“Once a jolly swagman camped by a billabong…” You’ll be forgiven for relentlessly whistling this famous tune while you’re in Winton, as it’s the very home of Banjo Patterson’s ‘Waltzing Matilda’. Reputedly inspired by an 1894 shearer’s suicide at the nearby Combo Waterhole and first performed in Winton’s North Gregory Hotel on 6th April 1895, you can learn all about Banjo and the adopted national anthem at the Waltzing Matilda Centre in Winton.
First settled in 1875 and originally called ‘Pelican Waterhole’, Winton has plenty on offer to keep you busy for at least a day or two. The town is home to Boulder opals that you can view and buy in town and a day trip will take you to Queensland’s oldest opal fields at Opalton. Also just out of Winton is Lark Quarry, where 93 million year-old dinosaur fossils will give you a glimpse into prehistoric times.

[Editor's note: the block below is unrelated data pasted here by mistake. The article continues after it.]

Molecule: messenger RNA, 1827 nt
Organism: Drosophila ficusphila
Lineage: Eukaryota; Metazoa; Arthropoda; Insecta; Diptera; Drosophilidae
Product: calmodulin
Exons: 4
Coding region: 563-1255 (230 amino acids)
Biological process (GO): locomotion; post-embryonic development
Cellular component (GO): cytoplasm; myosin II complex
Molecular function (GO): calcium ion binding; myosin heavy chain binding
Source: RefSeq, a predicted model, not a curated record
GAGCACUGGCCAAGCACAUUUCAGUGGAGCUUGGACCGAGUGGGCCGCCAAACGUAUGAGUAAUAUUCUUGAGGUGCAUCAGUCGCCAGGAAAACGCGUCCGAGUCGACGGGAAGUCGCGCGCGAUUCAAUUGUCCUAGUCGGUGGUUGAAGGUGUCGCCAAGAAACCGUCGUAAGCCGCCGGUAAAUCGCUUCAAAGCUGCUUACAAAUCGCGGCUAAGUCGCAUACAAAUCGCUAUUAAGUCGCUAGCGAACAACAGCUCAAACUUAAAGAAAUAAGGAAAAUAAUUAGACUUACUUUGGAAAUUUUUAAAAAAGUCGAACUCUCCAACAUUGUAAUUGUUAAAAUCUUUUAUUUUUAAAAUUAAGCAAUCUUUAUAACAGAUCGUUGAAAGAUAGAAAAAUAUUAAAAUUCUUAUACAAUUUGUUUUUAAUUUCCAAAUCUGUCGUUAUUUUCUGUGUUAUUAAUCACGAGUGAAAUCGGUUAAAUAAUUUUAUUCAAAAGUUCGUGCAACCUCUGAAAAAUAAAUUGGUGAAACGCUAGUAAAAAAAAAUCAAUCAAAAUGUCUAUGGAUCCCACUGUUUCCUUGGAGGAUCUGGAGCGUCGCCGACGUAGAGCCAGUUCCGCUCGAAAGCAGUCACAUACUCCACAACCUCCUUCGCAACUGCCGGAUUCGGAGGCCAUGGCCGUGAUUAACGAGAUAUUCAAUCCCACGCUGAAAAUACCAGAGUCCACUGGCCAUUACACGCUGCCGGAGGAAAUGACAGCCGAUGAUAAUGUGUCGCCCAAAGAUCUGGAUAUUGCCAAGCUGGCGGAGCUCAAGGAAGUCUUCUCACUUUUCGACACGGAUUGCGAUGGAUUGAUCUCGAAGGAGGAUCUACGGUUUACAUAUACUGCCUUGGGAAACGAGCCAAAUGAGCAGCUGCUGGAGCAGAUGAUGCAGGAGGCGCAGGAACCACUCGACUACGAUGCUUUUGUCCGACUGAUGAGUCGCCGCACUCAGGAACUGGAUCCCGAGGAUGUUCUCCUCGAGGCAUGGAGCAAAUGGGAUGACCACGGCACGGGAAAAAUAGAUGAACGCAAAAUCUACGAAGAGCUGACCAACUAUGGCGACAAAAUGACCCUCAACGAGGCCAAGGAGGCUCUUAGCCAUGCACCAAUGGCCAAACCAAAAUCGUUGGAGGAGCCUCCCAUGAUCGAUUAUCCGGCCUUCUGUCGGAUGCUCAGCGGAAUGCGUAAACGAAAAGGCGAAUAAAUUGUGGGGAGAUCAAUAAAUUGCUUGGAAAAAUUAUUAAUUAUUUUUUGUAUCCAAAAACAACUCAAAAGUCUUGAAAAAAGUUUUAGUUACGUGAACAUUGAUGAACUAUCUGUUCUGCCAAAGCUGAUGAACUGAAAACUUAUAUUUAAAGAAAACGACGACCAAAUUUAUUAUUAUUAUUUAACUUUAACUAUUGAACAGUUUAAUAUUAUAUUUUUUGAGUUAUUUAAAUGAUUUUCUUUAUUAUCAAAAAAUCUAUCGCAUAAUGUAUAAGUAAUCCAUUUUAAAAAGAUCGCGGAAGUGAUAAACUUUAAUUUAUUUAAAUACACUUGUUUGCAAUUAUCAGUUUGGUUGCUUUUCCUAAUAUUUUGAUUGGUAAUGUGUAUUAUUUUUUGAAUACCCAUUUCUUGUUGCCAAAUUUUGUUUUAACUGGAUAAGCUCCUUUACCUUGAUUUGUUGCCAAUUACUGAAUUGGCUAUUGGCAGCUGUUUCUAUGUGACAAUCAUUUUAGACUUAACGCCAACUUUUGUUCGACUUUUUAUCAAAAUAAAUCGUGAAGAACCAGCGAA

The quirky Winton Music Fence, developed by percussionist and composer Graeme Leak, is free and a fantastic spot to let the kids explore their hidden musical talents. Arno’s Wall, a wall surrounding a private residential property in town, is worth a look for its unique construction from all sorts of things including motorbikes, lawn mowers, crockery and historical items.
Winton is in the heart of Matilda Country, a diverse region in which vast mitchell grass plains are broken by magnificently coloured gorges, ridges and mesas; what the locals call ‘jump-ups’. Visitors to the region will be amazed by the vastness of the plains and the undulating nature of the landscape. There is a wide variety of animal and bird life in the area, generally best seen around dusk and dawn on minor roads and tracks.